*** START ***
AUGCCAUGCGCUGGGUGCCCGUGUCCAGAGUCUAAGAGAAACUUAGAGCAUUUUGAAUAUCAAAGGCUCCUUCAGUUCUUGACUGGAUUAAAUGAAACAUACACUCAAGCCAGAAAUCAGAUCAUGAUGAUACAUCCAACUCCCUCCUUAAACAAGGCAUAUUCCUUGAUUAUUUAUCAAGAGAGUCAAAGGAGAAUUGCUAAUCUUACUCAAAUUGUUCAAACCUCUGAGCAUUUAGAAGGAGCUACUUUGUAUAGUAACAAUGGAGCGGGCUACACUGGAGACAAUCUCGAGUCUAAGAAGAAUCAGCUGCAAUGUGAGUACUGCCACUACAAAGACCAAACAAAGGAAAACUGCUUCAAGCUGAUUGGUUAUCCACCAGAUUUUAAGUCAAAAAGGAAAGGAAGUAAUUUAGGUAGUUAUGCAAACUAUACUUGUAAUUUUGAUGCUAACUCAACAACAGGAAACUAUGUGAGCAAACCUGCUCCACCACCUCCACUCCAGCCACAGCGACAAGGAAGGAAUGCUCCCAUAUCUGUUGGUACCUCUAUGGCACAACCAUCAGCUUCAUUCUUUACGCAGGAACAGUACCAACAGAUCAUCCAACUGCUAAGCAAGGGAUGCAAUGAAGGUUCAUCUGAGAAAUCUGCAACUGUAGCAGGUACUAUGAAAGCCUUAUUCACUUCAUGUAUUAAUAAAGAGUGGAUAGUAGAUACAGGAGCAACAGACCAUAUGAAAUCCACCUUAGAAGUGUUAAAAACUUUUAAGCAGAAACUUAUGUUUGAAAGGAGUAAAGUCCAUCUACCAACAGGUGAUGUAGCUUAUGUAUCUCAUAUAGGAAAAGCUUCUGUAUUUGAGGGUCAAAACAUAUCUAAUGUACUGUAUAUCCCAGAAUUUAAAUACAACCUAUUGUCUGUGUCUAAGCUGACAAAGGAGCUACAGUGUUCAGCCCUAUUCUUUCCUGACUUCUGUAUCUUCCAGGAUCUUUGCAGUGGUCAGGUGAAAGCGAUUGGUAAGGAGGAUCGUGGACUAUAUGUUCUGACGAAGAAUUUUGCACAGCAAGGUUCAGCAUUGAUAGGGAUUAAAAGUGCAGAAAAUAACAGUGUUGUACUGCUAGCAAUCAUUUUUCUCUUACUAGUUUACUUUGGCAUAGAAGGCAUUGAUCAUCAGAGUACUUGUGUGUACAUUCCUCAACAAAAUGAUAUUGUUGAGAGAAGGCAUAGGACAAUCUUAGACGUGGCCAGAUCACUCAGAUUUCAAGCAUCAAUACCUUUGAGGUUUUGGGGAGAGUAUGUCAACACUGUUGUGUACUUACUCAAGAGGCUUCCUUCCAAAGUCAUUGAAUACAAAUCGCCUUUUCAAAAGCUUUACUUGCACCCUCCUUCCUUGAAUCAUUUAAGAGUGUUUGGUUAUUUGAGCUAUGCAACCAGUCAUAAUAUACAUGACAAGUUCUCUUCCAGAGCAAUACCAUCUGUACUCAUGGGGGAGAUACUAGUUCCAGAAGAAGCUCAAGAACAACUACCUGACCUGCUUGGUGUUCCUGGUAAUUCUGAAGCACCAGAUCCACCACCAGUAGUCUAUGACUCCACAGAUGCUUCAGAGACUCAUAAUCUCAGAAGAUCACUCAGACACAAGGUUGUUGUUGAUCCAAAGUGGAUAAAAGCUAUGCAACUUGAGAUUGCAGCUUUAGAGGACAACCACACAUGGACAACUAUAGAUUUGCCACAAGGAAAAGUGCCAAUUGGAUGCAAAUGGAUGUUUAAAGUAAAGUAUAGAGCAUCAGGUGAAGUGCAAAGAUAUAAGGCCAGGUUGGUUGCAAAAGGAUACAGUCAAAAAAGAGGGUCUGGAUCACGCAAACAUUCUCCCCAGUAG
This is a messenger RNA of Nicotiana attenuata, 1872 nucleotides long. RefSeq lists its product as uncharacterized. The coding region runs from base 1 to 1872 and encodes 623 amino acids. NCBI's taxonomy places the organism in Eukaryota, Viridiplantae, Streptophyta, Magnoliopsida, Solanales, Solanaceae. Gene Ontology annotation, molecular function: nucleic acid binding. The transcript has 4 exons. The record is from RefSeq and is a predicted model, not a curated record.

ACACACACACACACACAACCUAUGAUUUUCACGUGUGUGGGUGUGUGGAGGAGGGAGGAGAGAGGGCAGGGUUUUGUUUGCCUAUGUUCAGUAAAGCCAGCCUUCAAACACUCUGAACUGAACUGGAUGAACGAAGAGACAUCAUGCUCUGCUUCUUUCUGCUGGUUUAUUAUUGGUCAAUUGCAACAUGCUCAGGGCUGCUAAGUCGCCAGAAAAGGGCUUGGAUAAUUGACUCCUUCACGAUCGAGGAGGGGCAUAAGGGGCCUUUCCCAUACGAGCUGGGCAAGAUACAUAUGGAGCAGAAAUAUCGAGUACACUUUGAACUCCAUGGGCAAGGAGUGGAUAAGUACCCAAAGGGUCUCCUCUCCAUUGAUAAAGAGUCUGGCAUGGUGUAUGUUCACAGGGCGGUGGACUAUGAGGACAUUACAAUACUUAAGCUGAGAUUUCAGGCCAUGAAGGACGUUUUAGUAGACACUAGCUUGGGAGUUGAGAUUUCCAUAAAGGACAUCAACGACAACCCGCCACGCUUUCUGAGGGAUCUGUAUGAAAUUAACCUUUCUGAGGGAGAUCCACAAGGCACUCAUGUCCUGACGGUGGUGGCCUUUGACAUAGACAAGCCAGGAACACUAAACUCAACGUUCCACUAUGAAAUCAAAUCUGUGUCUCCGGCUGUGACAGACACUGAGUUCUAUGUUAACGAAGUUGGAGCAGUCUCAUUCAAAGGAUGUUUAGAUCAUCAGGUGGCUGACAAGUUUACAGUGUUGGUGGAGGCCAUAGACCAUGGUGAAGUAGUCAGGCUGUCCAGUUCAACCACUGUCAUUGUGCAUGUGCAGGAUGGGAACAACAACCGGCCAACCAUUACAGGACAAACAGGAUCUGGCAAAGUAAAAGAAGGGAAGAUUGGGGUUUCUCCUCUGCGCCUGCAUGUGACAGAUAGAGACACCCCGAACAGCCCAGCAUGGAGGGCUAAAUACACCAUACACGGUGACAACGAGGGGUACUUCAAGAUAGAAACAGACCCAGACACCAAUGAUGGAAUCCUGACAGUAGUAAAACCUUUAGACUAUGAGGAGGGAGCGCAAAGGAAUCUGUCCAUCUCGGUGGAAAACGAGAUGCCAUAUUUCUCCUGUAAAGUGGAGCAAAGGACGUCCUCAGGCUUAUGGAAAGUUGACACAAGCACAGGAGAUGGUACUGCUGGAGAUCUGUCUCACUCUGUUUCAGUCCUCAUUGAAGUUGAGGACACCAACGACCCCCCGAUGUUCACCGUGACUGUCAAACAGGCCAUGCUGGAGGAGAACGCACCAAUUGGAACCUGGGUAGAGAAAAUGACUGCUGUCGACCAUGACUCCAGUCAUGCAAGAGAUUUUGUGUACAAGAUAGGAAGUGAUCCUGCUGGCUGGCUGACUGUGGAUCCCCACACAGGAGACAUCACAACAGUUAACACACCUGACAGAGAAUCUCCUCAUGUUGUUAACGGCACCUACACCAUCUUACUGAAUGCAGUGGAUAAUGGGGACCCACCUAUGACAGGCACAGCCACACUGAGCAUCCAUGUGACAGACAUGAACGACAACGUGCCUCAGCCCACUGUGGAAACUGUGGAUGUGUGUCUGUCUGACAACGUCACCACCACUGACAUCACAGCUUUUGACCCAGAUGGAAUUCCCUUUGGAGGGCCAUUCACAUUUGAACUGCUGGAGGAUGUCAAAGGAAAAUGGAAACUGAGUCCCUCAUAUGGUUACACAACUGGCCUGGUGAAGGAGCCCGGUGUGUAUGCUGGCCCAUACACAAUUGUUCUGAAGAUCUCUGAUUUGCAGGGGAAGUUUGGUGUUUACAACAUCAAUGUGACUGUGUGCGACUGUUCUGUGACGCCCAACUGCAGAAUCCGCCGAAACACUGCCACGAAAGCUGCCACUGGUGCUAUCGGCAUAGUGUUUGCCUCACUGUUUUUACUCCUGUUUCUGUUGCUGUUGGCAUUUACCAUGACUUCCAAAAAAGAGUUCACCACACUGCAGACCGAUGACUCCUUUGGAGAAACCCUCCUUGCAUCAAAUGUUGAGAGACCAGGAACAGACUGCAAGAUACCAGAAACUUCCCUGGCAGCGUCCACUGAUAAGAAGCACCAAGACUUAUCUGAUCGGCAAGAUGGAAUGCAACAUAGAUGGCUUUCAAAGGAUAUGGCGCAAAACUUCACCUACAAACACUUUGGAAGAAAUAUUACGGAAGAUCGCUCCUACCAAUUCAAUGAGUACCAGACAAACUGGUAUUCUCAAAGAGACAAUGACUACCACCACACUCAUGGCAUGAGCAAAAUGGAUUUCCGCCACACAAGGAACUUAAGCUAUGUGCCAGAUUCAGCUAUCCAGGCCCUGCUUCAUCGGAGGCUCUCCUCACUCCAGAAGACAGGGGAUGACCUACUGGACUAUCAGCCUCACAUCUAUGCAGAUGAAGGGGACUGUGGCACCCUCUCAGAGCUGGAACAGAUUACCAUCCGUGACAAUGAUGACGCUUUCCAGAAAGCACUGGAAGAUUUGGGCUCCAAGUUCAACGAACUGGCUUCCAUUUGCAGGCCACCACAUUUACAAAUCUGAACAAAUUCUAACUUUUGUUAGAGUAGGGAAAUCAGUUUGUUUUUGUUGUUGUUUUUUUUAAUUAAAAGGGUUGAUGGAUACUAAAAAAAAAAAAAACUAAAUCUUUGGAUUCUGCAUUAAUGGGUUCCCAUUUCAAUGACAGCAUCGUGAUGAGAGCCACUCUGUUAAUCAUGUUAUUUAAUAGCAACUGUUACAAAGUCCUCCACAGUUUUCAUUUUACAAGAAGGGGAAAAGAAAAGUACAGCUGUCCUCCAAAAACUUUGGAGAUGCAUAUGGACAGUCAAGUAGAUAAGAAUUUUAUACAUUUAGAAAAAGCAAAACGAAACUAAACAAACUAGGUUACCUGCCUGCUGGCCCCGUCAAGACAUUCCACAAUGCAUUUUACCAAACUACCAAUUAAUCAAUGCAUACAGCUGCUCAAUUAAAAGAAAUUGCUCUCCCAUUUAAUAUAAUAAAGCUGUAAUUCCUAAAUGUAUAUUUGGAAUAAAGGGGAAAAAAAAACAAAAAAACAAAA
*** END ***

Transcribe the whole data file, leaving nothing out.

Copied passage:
AUGCCAUGCGCUGGGUGCCCGUGUCCAGAGUCUAAGAGAAACUUAGAGCAUUUUGAAUAUCAAAGGCUCCUUCAGUUCUUGACUGGAUUAAAUGAAACAUACACUCAAGCCAGAAAUCAGAUCAUGAUGAUACAUCCAACUCCCUCCUUAAACAAGGCAUAUUCCUUGAUUAUUUAUCAAGAGAGUCAAAGGAGAAUUGCUAAUCUUACUCAAAUUGUUCAAACCUCUGAGCAUUUAGAAGGAGCUACUUUGUAUAGUAACAAUGGAGCGGGCUACACUGGAGACAAUCUCGAGUCUAAGAAGAAUCAGCUGCAAUGUGAGUACUGCCACUACAAAGACCAAACAAAGGAAAACUGCUUCAAGCUGAUUGGUUAUCCACCAGAUUUUAAGUCAAAAAGGAAAGGAAGUAAUUUAGGUAGUUAUGCAAACUAUACUUGUAAUUUUGAUGCUAACUCAACAACAGGAAACUAUGUGAGCAAACCUGCUCCACCACCUCCACUCCAGCCACAGCGACAAGGAAGGAAUGCUCCCAUAUCUGUUGGUACCUCUAUGGCACAACCAUCAGCUUCAUUCUUUACGCAGGAACAGUACCAACAGAUCAUCCAACUGCUAAGCAAGGGAUGCAAUGAAGGUUCAUCUGAGAAAUCUGCAACUGUAGCAGGUACUAUGAAAGCCUUAUUCACUUCAUGUAUUAAUAAAGAGUGGAUAGUAGAUACAGGAGCAACAGACCAUAUGAAAUCCACCUUAGAAGUGUUAAAAACUUUUAAGCAGAAACUUAUGUUUGAAAGGAGUAAAGUCCAUCUACCAACAGGUGAUGUAGCUUAUGUAUCUCAUAUAGGAAAAGCUUCUGUAUUUGAGGGUCAAAACAUAUCUAAUGUACUGUAUAUCCCAGAAUUUAAAUACAACCUAUUGUCUGUGUCUAAGCUGACAAAGGAGCUACAGUGUUCAGCCCUAUUCUUUCCUGACUUCUGUAUCUUCCAGGAUCUUUGCAGUGGUCAGGUGAAAGCGAUUGGUAAGGAGGAUCGUGGACUAUAUGUUCUGACGAAGAAUUUUGCACAGCAAGGUUCAGCAUUGAUAGGGAUUAAAAGUGCAGAAAAUAACAGUGUUGUACUGCUAGCAAUCAUUUUUCUCUUACUAGUUUACUUUGGCAUAGAAGGCAUUGAUCAUCAGAGUACUUGUGUGUACAUUCCUCAACAAAAUGAUAUUGUUGAGAGAAGGCAUAGGACAAUCUUAGACGUGGCCAGAUCACUCAGAUUUCAAGCAUCAAUACCUUUGAGGUUUUGGGGAGAGUAUGUCAACACUGUUGUGUACUUACUCAAGAGGCUUCCUUCCAAAGUCAUUGAAUACAAAUCGCCUUUUCAAAAGCUUUACUUGCACCCUCCUUCCUUGAAUCAUUUAAGAGUGUUUGGUUAUUUGAGCUAUGCAACCAGUCAUAAUAUACAUGACAAGUUCUCUUCCAGAGCAAUACCAUCUGUACUCAUGGGGGAGAUACUAGUUCCAGAAGAAGCUCAAGAACAACUACCUGACCUGCUUGGUGUUCCUGGUAAUUCUGAAGCACCAGAUCCACCACCAGUAGUCUAUGACUCCACAGAUGCUUCAGAGACUCAUAAUCUCAGAAGAUCACUCAGACACAAGGUUGUUGUUGAUCCAAAGUGGAUAAAAGCUAUGCAACUUGAGAUUGCAGCUUUAGAGGACAACCACACAUGGACAACUAUAGAUUUGCCACAAGGAAAAGUGCCAAUUGGAUGCAAAUGGAUGUUUAAAGUAAAGUAUAGAGCAUCAGGUGAAGUGCAAAGAUAUAAGGCCAGGUUGGUUGCAAAAGGAUACAGUCAAAAAAGAGGGUCUGGAUCACGCAAACAUUCUCCCCAGUAG
This is a messenger RNA of Nicotiana attenuata, 1872 nucleotides long. RefSeq lists its product as uncharacterized. The coding region runs from base 1 to 1872 and encodes 623 amino acids. NCBI's taxonomy places the organism in Eukaryota, Viridiplantae, Streptophyta, Magnoliopsida, Solanales, Solanaceae. Gene Ontology annotation, molecular function: nucleic acid binding. The transcript has 4 exons. The record is from RefSeq and is a predicted model, not a curated record.

ACACACACACACACACAACCUAUGAUUUUCACGUGUGUGGGUGUGUGGAGGAGGGAGGAGAGAGGGCAGGGUUUUGUUUGCCUAUGUUCAGUAAAGCCAGCCUUCAAACACUCUGAACUGAACUGGAUGAACGAAGAGACAUCAUGCUCUGCUUCUUUCUGCUGGUUUAUUAUUGGUCAAUUGCAACAUGCUCAGGGCUGCUAAGUCGCCAGAAAAGGGCUUGGAUAAUUGACUCCUUCACGAUCGAGGAGGGGCAUAAGGGGCCUUUCCCAUACGAGCUGGGCAAGAUACAUAUGGAGCAGAAAUAUCGAGUACACUUUGAACUCCAUGGGCAAGGAGUGGAUAAGUACCCAAAGGGUCUCCUCUCCAUUGAUAAAGAGUCUGGCAUGGUGUAUGUUCACAGGGCGGUGGACUAUGAGGACAUUACAAUACUUAAGCUGAGAUUUCAGGCCAUGAAGGACGUUUUAGUAGACACUAGCUUGGGAGUUGAGAUUUCCAUAAAGGACAUCAACGACAACCCGCCACGCUUUCUGAGGGAUCUGUAUGAAAUUAACCUUUCUGAGGGAGAUCCACAAGGCACUCAUGUCCUGACGGUGGUGGCCUUUGACAUAGACAAGCCAGGAACACUAAACUCAACGUUCCACUAUGAAAUCAAAUCUGUGUCUCCGGCUGUGACAGACACUGAGUUCUAUGUUAACGAAGUUGGAGCAGUCUCAUUCAAAGGAUGUUUAGAUCAUCAGGUGGCUGACAAGUUUACAGUGUUGGUGGAGGCCAUAGACCAUGGUGAAGUAGUCAGGCUGUCCAGUUCAACCACUGUCAUUGUGCAUGUGCAGGAUGGGAACAACAACCGGCCAACCAUUACAGGACAAACAGGAUCUGGCAAAGUAAAAGAAGGGAAGAUUGGGGUUUCUCCUCUGCGCCUGCAUGUGACAGAUAGAGACACCCCGAACAGCCCAGCAUGGAGGGCUAAAUACACCAUACACGGUGACAACGAGGGGUACUUCAAGAUAGAAACAGACCCAGACACCAAUGAUGGAAUCCUGACAGUAGUAAAACCUUUAGACUAUGAGGAGGGAGCGCAAAGGAAUCUGUCCAUCUCGGUGGAAAACGAGAUGCCAUAUUUCUCCUGUAAAGUGGAGCAAAGGACGUCCUCAGGCUUAUGGAAAGUUGACACAAGCACAGGAGAUGGUACUGCUGGAGAUCUGUCUCACUCUGUUUCAGUCCUCAUUGAAGUUGAGGACACCAACGACCCCCCGAUGUUCACCGUGACUGUCAAACAGGCCAUGCUGGAGGAGAACGCACCAAUUGGAACCUGGGUAGAGAAAAUGACUGCUGUCGACCAUGACUCCAGUCAUGCAAGAGAUUUUGUGUACAAGAUAGGAAGUGAUCCUGCUGGCUGGCUGACUGUGGAUCCCCACACAGGAGACAUCACAACAGUUAACACACCUGACAGAGAAUCUCCUCAUGUUGUUAACGGCACCUACACCAUCUUACUGAAUGCAGUGGAUAAUGGGGACCCACCUAUGACAGGCACAGCCACACUGAGCAUCCAUGUGACAGACAUGAACGACAACGUGCCUCAGCCCACUGUGGAAACUGUGGAUGUGUGUCUGUCUGACAACGUCACCACCACUGACAUCACAGCUUUUGACCCAGAUGGAAUUCCCUUUGGAGGGCCAUUCACAUUUGAACUGCUGGAGGAUGUCAAAGGAAAAUGGAAACUGAGUCCCUCAUAUGGUUACACAACUGGCCUGGUGAAGGAGCCCGGUGUGUAUGCUGGCCCAUACACAAUUGUUCUGAAGAUCUCUGAUUUGCAGGGGAAGUUUGGUGUUUACAACAUCAAUGUGACUGUGUGCGACUGUUCUGUGACGCCCAACUGCAGAAUCCGCCGAAACACUGCCACGAAAGCUGCCACUGGUGCUAUCGGCAUAGUGUUUGCCUCACUGUUUUUACUCCUGUUUCUGUUGCUGUUGGCAUUUACCAUGACUUCCAAAAAAGAGUUCACCACACUGCAGACCGAUGACUCCUUUGGAGAAACCCUCCUUGCAUCAAAUGUUGAGAGACCAGGAACAGACUGCAAGAUACCAGAAACUUCCCUGGCAGCGUCCACUGAUAAGAAGCACCAAGACUUAUCUGAUCGGCAAGAUGGAAUGCAACAUAGAUGGCUUUCAAAGGAUAUGGCGCAAAACUUCACCUACAAACACUUUGGAAGAAAUAUUACGGAAGAUCGCUCCUACCAAUUCAAUGAGUACCAGACAAACUGGUAUUCUCAAAGAGACAAUGACUACCACCACACUCAUGGCAUGAGCAAAAUGGAUUUCCGCCACACAAGGAACUUAAGCUAUGUGCCAGAUUCAGCUAUCCAGGCCCUGCUUCAUCGGAGGCUCUCCUCACUCCAGAAGACAGGGGAUGACCUACUGGACUAUCAGCCUCACAUCUAUGCAGAUGAAGGGGACUGUGGCACCCUCUCAGAGCUGGAACAGAUUACCAUCCGUGACAAUGAUGACGCUUUCCAGAAAGCACUGGAAGAUUUGGGCUCCAAGUUCAACGAACUGGCUUCCAUUUGCAGGCCACCACAUUUACAAAUCUGAACAAAUUCUAACUUUUGUUAGAGUAGGGAAAUCAGUUUGUUUUUGUUGUUGUUUUUUUUAAUUAAAAGGGUUGAUGGAUACUAAAAAAAAAAAAAACUAAAUCUUUGGAUUCUGCAUUAAUGGGUUCCCAUUUCAAUGACAGCAUCGUGAUGAGAGCCACUCUGUUAAUCAUGUUAUUUAAUAGCAACUGUUACAAAGUCCUCCACAGUUUUCAUUUUACAAGAAGGGGAAAAGAAAAGUACAGCUGUCCUCCAAAAACUUUGGAGAUGCAUAUGGACAGUCAAGUAGAUAAGAAUUUUAUACAUUUAGAAAAAGCAAAACGAAACUAAACAAACUAGGUUACCUGCCUGCUGGCCCCGUCAAGACAUUCCACAAUGCAUUUUACCAAACUACCAAUUAAUCAAUGCAUACAGCUGCUCAAUUAAAAGAAAUUGCUCUCCCAUUUAAUAUAAUAAAGCUGUAAUUCCUAAAUGUAUAUUUGGAAUAAAGGGGAAAAAAAAACAAAAAAACAAAA